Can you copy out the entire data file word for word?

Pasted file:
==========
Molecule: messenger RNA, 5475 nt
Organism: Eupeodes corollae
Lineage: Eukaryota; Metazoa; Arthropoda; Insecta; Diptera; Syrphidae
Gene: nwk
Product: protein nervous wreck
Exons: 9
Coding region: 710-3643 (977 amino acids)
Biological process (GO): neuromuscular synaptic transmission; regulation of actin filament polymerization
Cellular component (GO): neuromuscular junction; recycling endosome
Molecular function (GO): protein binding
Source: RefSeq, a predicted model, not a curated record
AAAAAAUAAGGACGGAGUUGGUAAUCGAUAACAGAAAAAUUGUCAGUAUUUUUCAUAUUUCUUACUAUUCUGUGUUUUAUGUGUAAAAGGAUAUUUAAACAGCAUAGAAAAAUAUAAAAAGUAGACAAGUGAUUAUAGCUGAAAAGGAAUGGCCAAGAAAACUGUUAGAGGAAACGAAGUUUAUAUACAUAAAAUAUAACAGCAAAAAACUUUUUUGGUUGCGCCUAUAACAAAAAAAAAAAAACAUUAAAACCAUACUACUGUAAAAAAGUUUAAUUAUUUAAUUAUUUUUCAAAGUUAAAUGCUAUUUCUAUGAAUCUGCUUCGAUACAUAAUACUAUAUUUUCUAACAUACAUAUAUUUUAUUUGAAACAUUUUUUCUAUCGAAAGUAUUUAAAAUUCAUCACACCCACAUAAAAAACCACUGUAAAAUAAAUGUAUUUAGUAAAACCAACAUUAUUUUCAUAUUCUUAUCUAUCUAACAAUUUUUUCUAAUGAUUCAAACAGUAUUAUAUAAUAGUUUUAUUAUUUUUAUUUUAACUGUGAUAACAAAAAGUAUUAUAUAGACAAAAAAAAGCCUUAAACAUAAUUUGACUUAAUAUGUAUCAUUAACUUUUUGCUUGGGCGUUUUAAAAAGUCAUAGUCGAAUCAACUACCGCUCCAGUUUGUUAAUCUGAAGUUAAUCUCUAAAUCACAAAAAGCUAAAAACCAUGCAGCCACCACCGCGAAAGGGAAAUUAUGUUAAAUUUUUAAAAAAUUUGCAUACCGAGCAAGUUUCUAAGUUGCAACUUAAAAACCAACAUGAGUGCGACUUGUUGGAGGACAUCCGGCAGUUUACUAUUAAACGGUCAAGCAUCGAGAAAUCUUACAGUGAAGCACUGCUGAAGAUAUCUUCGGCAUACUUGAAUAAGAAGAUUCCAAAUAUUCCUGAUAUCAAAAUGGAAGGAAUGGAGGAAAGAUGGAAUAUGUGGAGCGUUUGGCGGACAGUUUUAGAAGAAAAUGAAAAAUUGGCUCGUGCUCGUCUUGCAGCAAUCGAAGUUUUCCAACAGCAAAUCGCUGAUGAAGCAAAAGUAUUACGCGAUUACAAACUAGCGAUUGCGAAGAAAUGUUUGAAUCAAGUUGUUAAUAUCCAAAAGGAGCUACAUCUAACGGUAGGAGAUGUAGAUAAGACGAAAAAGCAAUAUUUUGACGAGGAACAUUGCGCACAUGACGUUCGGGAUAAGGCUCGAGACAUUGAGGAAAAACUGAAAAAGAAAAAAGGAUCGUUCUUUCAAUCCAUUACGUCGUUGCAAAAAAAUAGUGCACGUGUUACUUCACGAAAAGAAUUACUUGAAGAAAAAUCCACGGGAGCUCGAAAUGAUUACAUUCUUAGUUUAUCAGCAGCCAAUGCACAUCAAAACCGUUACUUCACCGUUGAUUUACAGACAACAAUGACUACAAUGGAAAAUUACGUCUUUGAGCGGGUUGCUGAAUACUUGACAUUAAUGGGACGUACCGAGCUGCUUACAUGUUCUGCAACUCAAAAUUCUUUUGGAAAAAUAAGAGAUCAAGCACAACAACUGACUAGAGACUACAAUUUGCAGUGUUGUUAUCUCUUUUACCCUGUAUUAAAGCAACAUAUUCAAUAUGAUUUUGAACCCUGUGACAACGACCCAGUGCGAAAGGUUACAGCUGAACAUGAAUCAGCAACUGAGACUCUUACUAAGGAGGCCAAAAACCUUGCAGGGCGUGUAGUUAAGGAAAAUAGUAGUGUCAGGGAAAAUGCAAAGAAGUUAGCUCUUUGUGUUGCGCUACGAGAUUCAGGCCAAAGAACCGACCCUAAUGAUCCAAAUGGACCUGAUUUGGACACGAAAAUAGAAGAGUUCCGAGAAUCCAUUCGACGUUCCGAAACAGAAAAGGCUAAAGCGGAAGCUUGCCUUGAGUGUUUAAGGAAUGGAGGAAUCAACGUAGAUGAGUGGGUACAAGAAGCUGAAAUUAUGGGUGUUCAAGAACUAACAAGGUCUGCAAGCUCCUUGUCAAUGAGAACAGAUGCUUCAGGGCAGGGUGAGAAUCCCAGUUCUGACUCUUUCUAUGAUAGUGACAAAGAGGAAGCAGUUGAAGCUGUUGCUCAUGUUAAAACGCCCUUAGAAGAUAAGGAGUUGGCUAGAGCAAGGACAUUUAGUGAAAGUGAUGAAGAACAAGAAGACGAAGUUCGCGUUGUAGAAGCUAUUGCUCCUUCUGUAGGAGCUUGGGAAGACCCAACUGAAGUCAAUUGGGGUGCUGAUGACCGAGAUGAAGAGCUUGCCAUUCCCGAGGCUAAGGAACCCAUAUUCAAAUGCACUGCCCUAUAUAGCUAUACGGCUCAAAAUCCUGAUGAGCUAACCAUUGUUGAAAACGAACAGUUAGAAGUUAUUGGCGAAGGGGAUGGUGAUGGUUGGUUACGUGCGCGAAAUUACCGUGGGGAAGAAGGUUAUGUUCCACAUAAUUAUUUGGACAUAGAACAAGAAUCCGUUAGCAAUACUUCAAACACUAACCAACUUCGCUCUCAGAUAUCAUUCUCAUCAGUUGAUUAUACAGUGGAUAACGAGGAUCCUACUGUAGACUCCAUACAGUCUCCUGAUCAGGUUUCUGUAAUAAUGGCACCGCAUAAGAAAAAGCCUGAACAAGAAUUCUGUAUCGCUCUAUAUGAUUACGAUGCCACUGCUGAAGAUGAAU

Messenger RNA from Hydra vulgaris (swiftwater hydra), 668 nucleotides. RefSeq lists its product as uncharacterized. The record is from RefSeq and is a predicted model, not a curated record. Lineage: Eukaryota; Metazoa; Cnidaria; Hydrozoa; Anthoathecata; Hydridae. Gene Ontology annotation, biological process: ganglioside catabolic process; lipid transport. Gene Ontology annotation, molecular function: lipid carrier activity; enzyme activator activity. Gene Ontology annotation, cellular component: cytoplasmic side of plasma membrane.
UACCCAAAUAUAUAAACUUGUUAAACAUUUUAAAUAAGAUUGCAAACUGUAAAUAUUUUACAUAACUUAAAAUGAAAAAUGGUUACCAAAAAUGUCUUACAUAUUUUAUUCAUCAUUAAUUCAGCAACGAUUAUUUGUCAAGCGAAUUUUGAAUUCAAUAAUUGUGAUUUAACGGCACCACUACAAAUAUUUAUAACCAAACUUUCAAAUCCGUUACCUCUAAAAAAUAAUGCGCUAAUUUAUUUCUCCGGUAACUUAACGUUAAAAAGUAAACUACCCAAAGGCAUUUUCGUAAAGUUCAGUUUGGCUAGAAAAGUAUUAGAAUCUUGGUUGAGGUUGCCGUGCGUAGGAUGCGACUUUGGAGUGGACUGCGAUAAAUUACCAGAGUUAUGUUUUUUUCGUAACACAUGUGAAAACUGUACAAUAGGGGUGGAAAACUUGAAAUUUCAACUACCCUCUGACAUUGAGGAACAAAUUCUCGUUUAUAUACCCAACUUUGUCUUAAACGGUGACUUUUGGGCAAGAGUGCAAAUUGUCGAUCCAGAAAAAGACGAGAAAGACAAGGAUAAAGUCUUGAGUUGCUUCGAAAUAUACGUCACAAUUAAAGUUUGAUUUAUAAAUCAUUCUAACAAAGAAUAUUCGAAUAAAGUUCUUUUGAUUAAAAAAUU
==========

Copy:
Molecule: messenger RNA, 5475 nt
Organism: Eupeodes corollae
Lineage: Eukaryota; Metazoa; Arthropoda; Insecta; Diptera; Syrphidae
Gene: nwk
Product: protein nervous wreck
Exons: 9
Coding region: 710-3643 (977 amino acids)
Biological process (GO): neuromuscular synaptic transmission; regulation of actin filament polymerization
Cellular component (GO): neuromuscular junction; recycling endosome
Molecular function (GO): protein binding
Source: RefSeq, a predicted model, not a curated record
AAAAAAUAAGGACGGAGUUGGUAAUCGAUAACAGAAAAAUUGUCAGUAUUUUUCAUAUUUCUUACUAUUCUGUGUUUUAUGUGUAAAAGGAUAUUUAAACAGCAUAGAAAAAUAUAAAAAGUAGACAAGUGAUUAUAGCUGAAAAGGAAUGGCCAAGAAAACUGUUAGAGGAAACGAAGUUUAUAUACAUAAAAUAUAACAGCAAAAAACUUUUUUGGUUGCGCCUAUAACAAAAAAAAAAAAACAUUAAAACCAUACUACUGUAAAAAAGUUUAAUUAUUUAAUUAUUUUUCAAAGUUAAAUGCUAUUUCUAUGAAUCUGCUUCGAUACAUAAUACUAUAUUUUCUAACAUACAUAUAUUUUAUUUGAAACAUUUUUUCUAUCGAAAGUAUUUAAAAUUCAUCACACCCACAUAAAAAACCACUGUAAAAUAAAUGUAUUUAGUAAAACCAACAUUAUUUUCAUAUUCUUAUCUAUCUAACAAUUUUUUCUAAUGAUUCAAACAGUAUUAUAUAAUAGUUUUAUUAUUUUUAUUUUAACUGUGAUAACAAAAAGUAUUAUAUAGACAAAAAAAAGCCUUAAACAUAAUUUGACUUAAUAUGUAUCAUUAACUUUUUGCUUGGGCGUUUUAAAAAGUCAUAGUCGAAUCAACUACCGCUCCAGUUUGUUAAUCUGAAGUUAAUCUCUAAAUCACAAAAAGCUAAAAACCAUGCAGCCACCACCGCGAAAGGGAAAUUAUGUUAAAUUUUUAAAAAAUUUGCAUACCGAGCAAGUUUCUAAGUUGCAACUUAAAAACCAACAUGAGUGCGACUUGUUGGAGGACAUCCGGCAGUUUACUAUUAAACGGUCAAGCAUCGAGAAAUCUUACAGUGAAGCACUGCUGAAGAUAUCUUCGGCAUACUUGAAUAAGAAGAUUCCAAAUAUUCCUGAUAUCAAAAUGGAAGGAAUGGAGGAAAGAUGGAAUAUGUGGAGCGUUUGGCGGACAGUUUUAGAAGAAAAUGAAAAAUUGGCUCGUGCUCGUCUUGCAGCAAUCGAAGUUUUCCAACAGCAAAUCGCUGAUGAAGCAAAAGUAUUACGCGAUUACAAACUAGCGAUUGCGAAGAAAUGUUUGAAUCAAGUUGUUAAUAUCCAAAAGGAGCUACAUCUAACGGUAGGAGAUGUAGAUAAGACGAAAAAGCAAUAUUUUGACGAGGAACAUUGCGCACAUGACGUUCGGGAUAAGGCUCGAGACAUUGAGGAAAAACUGAAAAAGAAAAAAGGAUCGUUCUUUCAAUCCAUUACGUCGUUGCAAAAAAAUAGUGCACGUGUUACUUCACGAAAAGAAUUACUUGAAGAAAAAUCCACGGGAGCUCGAAAUGAUUACAUUCUUAGUUUAUCAGCAGCCAAUGCACAUCAAAACCGUUACUUCACCGUUGAUUUACAGACAACAAUGACUACAAUGGAAAAUUACGUCUUUGAGCGGGUUGCUGAAUACUUGACAUUAAUGGGACGUACCGAGCUGCUUACAUGUUCUGCAACUCAAAAUUCUUUUGGAAAAAUAAGAGAUCAAGCACAACAACUGACUAGAGACUACAAUUUGCAGUGUUGUUAUCUCUUUUACCCUGUAUUAAAGCAACAUAUUCAAUAUGAUUUUGAACCCUGUGACAACGACCCAGUGCGAAAGGUUACAGCUGAACAUGAAUCAGCAACUGAGACUCUUACUAAGGAGGCCAAAAACCUUGCAGGGCGUGUAGUUAAGGAAAAUAGUAGUGUCAGGGAAAAUGCAAAGAAGUUAGCUCUUUGUGUUGCGCUACGAGAUUCAGGCCAAAGAACCGACCCUAAUGAUCCAAAUGGACCUGAUUUGGACACGAAAAUAGAAGAGUUCCGAGAAUCCAUUCGACGUUCCGAAACAGAAAAGGCUAAAGCGGAAGCUUGCCUUGAGUGUUUAAGGAAUGGAGGAAUCAACGUAGAUGAGUGGGUACAAGAAGCUGAAAUUAUGGGUGUUCAAGAACUAACAAGGUCUGCAAGCUCCUUGUCAAUGAGAACAGAUGCUUCAGGGCAGGGUGAGAAUCCCAGUUCUGACUCUUUCUAUGAUAGUGACAAAGAGGAAGCAGUUGAAGCUGUUGCUCAUGUUAAAACGCCCUUAGAAGAUAAGGAGUUGGCUAGAGCAAGGACAUUUAGUGAAAGUGAUGAAGAACAAGAAGACGAAGUUCGCGUUGUAGAAGCUAUUGCUCCUUCUGUAGGAGCUUGGGAAGACCCAACUGAAGUCAAUUGGGGUGCUGAUGACCGAGAUGAAGAGCUUGCCAUUCCCGAGGCUAAGGAACCCAUAUUCAAAUGCACUGCCCUAUAUAGCUAUACGGCUCAAAAUCCUGAUGAGCUAACCAUUGUUGAAAACGAACAGUUAGAAGUUAUUGGCGAAGGGGAUGGUGAUGGUUGGUUACGUGCGCGAAAUUACCGUGGGGAAGAAGGUUAUGUUCCACAUAAUUAUUUGGACAUAGAACAAGAAUCCGUUAGCAAUACUUCAAACACUAACCAACUUCGCUCUCAGAUAUCAUUCUCAUCAGUUGAUUAUACAGUGGAUAACGAGGAUCCUACUGUAGACUCCAUACAGUCUCCUGAUCAGGUUUCUGUAAUAAUGGCACCGCAUAAGAAAAAGCCUGAACAAGAAUUCUGUAUCGCUCUAUAUGAUUACGAUGCCACUGCUGAAGAUGAAU

Messenger RNA from Hydra vulgaris (swiftwater hydra), 668 nucleotides. RefSeq lists its product as uncharacterized. The record is from RefSeq and is a predicted model, not a curated record. Lineage: Eukaryota; Metazoa; Cnidaria; Hydrozoa; Anthoathecata; Hydridae. Gene Ontology annotation, biological process: ganglioside catabolic process; lipid transport. Gene Ontology annotation, molecular function: lipid carrier activity; enzyme activator activity. Gene Ontology annotation, cellular component: cytoplasmic side of plasma membrane.
UACCCAAAUAUAUAAACUUGUUAAACAUUUUAAAUAAGAUUGCAAACUGUAAAUAUUUUACAUAACUUAAAAUGAAAAAUGGUUACCAAAAAUGUCUUACAUAUUUUAUUCAUCAUUAAUUCAGCAACGAUUAUUUGUCAAGCGAAUUUUGAAUUCAAUAAUUGUGAUUUAACGGCACCACUACAAAUAUUUAUAACCAAACUUUCAAAUCCGUUACCUCUAAAAAAUAAUGCGCUAAUUUAUUUCUCCGGUAACUUAACGUUAAAAAGUAAACUACCCAAAGGCAUUUUCGUAAAGUUCAGUUUGGCUAGAAAAGUAUUAGAAUCUUGGUUGAGGUUGCCGUGCGUAGGAUGCGACUUUGGAGUGGACUGCGAUAAAUUACCAGAGUUAUGUUUUUUUCGUAACACAUGUGAAAACUGUACAAUAGGGGUGGAAAACUUGAAAUUUCAACUACCCUCUGACAUUGAGGAACAAAUUCUCGUUUAUAUACCCAACUUUGUCUUAAACGGUGACUUUUGGGCAAGAGUGCAAAUUGUCGAUCCAGAAAAAGACGAGAAAGACAAGGAUAAAGUCUUGAGUUGCUUCGAAAUAUACGUCACAAUUAAAGUUUGAUUUAUAAAUCAUUCUAACAAAGAAUAUUCGAAUAAAGUUCUUUUGAUUAAAAAAUU